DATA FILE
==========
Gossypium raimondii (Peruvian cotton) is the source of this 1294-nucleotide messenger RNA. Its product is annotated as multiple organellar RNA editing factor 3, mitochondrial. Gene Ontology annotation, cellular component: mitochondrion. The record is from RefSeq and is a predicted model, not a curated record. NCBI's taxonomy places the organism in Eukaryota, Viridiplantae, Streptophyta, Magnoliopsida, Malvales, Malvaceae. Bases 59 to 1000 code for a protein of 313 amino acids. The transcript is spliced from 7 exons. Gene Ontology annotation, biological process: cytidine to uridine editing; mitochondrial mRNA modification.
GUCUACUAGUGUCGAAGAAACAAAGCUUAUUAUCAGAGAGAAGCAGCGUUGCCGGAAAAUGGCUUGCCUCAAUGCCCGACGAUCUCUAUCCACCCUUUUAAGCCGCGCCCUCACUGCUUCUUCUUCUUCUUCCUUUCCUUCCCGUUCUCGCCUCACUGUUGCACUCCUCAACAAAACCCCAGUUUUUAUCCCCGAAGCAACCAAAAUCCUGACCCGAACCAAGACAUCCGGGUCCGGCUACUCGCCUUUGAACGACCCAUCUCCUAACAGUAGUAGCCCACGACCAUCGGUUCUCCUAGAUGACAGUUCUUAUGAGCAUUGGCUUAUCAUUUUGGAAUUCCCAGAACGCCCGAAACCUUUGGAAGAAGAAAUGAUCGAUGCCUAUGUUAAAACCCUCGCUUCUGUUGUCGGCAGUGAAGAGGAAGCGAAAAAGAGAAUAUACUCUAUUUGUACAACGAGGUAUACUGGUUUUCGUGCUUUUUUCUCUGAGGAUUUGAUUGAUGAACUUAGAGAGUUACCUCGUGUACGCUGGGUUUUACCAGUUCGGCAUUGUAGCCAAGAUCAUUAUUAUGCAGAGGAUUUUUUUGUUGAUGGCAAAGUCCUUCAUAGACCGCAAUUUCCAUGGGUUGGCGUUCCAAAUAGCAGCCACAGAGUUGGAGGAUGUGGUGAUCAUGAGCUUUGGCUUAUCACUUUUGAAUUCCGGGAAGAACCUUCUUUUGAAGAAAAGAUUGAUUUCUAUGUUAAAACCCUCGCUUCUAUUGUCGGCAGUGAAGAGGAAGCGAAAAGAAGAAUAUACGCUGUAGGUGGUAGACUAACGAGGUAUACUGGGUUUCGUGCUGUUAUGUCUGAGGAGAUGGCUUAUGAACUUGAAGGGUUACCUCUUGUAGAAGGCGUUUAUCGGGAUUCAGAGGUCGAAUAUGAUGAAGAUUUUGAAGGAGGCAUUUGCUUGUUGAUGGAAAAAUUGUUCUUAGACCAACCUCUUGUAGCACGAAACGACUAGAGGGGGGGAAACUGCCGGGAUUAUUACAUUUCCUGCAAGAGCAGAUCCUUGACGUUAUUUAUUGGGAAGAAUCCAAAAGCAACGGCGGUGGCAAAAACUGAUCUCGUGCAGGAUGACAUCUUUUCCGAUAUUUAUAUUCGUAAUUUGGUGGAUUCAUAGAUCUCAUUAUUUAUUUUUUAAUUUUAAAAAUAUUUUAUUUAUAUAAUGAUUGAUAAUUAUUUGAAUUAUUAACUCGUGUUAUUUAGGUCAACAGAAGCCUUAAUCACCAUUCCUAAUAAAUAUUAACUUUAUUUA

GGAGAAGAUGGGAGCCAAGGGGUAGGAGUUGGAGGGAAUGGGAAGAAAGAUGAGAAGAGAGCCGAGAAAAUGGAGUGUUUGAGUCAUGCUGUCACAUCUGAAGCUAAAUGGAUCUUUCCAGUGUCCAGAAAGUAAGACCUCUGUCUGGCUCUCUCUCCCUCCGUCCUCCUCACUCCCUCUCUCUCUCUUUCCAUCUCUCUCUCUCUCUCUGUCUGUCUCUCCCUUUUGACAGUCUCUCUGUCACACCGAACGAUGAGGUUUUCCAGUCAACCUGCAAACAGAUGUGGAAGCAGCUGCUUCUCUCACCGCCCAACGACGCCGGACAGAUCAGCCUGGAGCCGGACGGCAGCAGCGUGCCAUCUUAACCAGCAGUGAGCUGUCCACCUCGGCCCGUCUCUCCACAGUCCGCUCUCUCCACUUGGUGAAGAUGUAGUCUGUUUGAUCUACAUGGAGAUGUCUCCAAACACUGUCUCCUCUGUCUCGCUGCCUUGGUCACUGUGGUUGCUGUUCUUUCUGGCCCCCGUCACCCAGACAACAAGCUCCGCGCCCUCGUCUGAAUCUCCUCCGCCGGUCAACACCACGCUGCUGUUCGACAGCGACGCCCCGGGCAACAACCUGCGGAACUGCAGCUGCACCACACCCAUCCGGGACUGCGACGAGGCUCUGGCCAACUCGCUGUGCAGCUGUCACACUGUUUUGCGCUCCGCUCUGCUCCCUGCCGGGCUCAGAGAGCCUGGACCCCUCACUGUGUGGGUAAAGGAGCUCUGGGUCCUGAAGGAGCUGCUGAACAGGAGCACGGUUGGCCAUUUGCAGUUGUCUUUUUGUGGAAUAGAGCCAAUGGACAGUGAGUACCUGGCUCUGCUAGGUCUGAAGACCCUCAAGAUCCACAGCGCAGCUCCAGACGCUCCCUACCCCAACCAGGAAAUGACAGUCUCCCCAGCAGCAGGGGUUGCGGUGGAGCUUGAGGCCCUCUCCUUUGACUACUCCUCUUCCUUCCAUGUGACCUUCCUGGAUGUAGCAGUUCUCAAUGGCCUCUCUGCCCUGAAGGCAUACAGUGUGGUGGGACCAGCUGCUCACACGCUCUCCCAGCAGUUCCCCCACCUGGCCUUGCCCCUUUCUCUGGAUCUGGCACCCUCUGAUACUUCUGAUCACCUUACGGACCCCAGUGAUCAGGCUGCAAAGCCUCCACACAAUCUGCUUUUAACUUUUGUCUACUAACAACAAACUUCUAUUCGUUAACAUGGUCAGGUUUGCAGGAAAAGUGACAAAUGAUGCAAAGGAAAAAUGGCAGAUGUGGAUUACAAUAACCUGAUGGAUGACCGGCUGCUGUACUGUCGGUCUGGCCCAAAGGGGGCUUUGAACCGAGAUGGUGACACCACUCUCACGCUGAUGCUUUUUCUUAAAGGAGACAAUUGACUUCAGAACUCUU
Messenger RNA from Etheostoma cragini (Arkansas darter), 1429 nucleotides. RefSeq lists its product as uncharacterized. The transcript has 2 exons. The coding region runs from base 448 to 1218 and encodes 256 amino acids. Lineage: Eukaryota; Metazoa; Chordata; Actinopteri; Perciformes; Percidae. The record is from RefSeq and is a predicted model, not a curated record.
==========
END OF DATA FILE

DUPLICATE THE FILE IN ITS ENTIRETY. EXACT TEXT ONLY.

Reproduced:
Gossypium raimondii (Peruvian cotton) is the source of this 1294-nucleotide messenger RNA. Its product is annotated as multiple organellar RNA editing factor 3, mitochondrial. Gene Ontology annotation, cellular component: mitochondrion. The record is from RefSeq and is a predicted model, not a curated record. NCBI's taxonomy places the organism in Eukaryota, Viridiplantae, Streptophyta, Magnoliopsida, Malvales, Malvaceae. Bases 59 to 1000 code for a protein of 313 amino acids. The transcript is spliced from 7 exons. Gene Ontology annotation, biological process: cytidine to uridine editing; mitochondrial mRNA modification.
GUCUACUAGUGUCGAAGAAACAAAGCUUAUUAUCAGAGAGAAGCAGCGUUGCCGGAAAAUGGCUUGCCUCAAUGCCCGACGAUCUCUAUCCACCCUUUUAAGCCGCGCCCUCACUGCUUCUUCUUCUUCUUCCUUUCCUUCCCGUUCUCGCCUCACUGUUGCACUCCUCAACAAAACCCCAGUUUUUAUCCCCGAAGCAACCAAAAUCCUGACCCGAACCAAGACAUCCGGGUCCGGCUACUCGCCUUUGAACGACCCAUCUCCUAACAGUAGUAGCCCACGACCAUCGGUUCUCCUAGAUGACAGUUCUUAUGAGCAUUGGCUUAUCAUUUUGGAAUUCCCAGAACGCCCGAAACCUUUGGAAGAAGAAAUGAUCGAUGCCUAUGUUAAAACCCUCGCUUCUGUUGUCGGCAGUGAAGAGGAAGCGAAAAAGAGAAUAUACUCUAUUUGUACAACGAGGUAUACUGGUUUUCGUGCUUUUUUCUCUGAGGAUUUGAUUGAUGAACUUAGAGAGUUACCUCGUGUACGCUGGGUUUUACCAGUUCGGCAUUGUAGCCAAGAUCAUUAUUAUGCAGAGGAUUUUUUUGUUGAUGGCAAAGUCCUUCAUAGACCGCAAUUUCCAUGGGUUGGCGUUCCAAAUAGCAGCCACAGAGUUGGAGGAUGUGGUGAUCAUGAGCUUUGGCUUAUCACUUUUGAAUUCCGGGAAGAACCUUCUUUUGAAGAAAAGAUUGAUUUCUAUGUUAAAACCCUCGCUUCUAUUGUCGGCAGUGAAGAGGAAGCGAAAAGAAGAAUAUACGCUGUAGGUGGUAGACUAACGAGGUAUACUGGGUUUCGUGCUGUUAUGUCUGAGGAGAUGGCUUAUGAACUUGAAGGGUUACCUCUUGUAGAAGGCGUUUAUCGGGAUUCAGAGGUCGAAUAUGAUGAAGAUUUUGAAGGAGGCAUUUGCUUGUUGAUGGAAAAAUUGUUCUUAGACCAACCUCUUGUAGCACGAAACGACUAGAGGGGGGGAAACUGCCGGGAUUAUUACAUUUCCUGCAAGAGCAGAUCCUUGACGUUAUUUAUUGGGAAGAAUCCAAAAGCAACGGCGGUGGCAAAAACUGAUCUCGUGCAGGAUGACAUCUUUUCCGAUAUUUAUAUUCGUAAUUUGGUGGAUUCAUAGAUCUCAUUAUUUAUUUUUUAAUUUUAAAAAUAUUUUAUUUAUAUAAUGAUUGAUAAUUAUUUGAAUUAUUAACUCGUGUUAUUUAGGUCAACAGAAGCCUUAAUCACCAUUCCUAAUAAAUAUUAACUUUAUUUA

GGAGAAGAUGGGAGCCAAGGGGUAGGAGUUGGAGGGAAUGGGAAGAAAGAUGAGAAGAGAGCCGAGAAAAUGGAGUGUUUGAGUCAUGCUGUCACAUCUGAAGCUAAAUGGAUCUUUCCAGUGUCCAGAAAGUAAGACCUCUGUCUGGCUCUCUCUCCCUCCGUCCUCCUCACUCCCUCUCUCUCUCUUUCCAUCUCUCUCUCUCUCUCUGUCUGUCUCUCCCUUUUGACAGUCUCUCUGUCACACCGAACGAUGAGGUUUUCCAGUCAACCUGCAAACAGAUGUGGAAGCAGCUGCUUCUCUCACCGCCCAACGACGCCGGACAGAUCAGCCUGGAGCCGGACGGCAGCAGCGUGCCAUCUUAACCAGCAGUGAGCUGUCCACCUCGGCCCGUCUCUCCACAGUCCGCUCUCUCCACUUGGUGAAGAUGUAGUCUGUUUGAUCUACAUGGAGAUGUCUCCAAACACUGUCUCCUCUGUCUCGCUGCCUUGGUCACUGUGGUUGCUGUUCUUUCUGGCCCCCGUCACCCAGACAACAAGCUCCGCGCCCUCGUCUGAAUCUCCUCCGCCGGUCAACACCACGCUGCUGUUCGACAGCGACGCCCCGGGCAACAACCUGCGGAACUGCAGCUGCACCACACCCAUCCGGGACUGCGACGAGGCUCUGGCCAACUCGCUGUGCAGCUGUCACACUGUUUUGCGCUCCGCUCUGCUCCCUGCCGGGCUCAGAGAGCCUGGACCCCUCACUGUGUGGGUAAAGGAGCUCUGGGUCCUGAAGGAGCUGCUGAACAGGAGCACGGUUGGCCAUUUGCAGUUGUCUUUUUGUGGAAUAGAGCCAAUGGACAGUGAGUACCUGGCUCUGCUAGGUCUGAAGACCCUCAAGAUCCACAGCGCAGCUCCAGACGCUCCCUACCCCAACCAGGAAAUGACAGUCUCCCCAGCAGCAGGGGUUGCGGUGGAGCUUGAGGCCCUCUCCUUUGACUACUCCUCUUCCUUCCAUGUGACCUUCCUGGAUGUAGCAGUUCUCAAUGGCCUCUCUGCCCUGAAGGCAUACAGUGUGGUGGGACCAGCUGCUCACACGCUCUCCCAGCAGUUCCCCCACCUGGCCUUGCCCCUUUCUCUGGAUCUGGCACCCUCUGAUACUUCUGAUCACCUUACGGACCCCAGUGAUCAGGCUGCAAAGCCUCCACACAAUCUGCUUUUAACUUUUGUCUACUAACAACAAACUUCUAUUCGUUAACAUGGUCAGGUUUGCAGGAAAAGUGACAAAUGAUGCAAAGGAAAAAUGGCAGAUGUGGAUUACAAUAACCUGAUGGAUGACCGGCUGCUGUACUGUCGGUCUGGCCCAAAGGGGGCUUUGAACCGAGAUGGUGACACCACUCUCACGCUGAUGCUUUUUCUUAAAGGAGACAAUUGACUUCAGAACUCUU
Messenger RNA from Etheostoma cragini (Arkansas darter), 1429 nucleotides. RefSeq lists its product as uncharacterized. The transcript has 2 exons. The coding region runs from base 448 to 1218 and encodes 256 amino acids. Lineage: Eukaryota; Metazoa; Chordata; Actinopteri; Perciformes; Percidae. The record is from RefSeq and is a predicted model, not a curated record.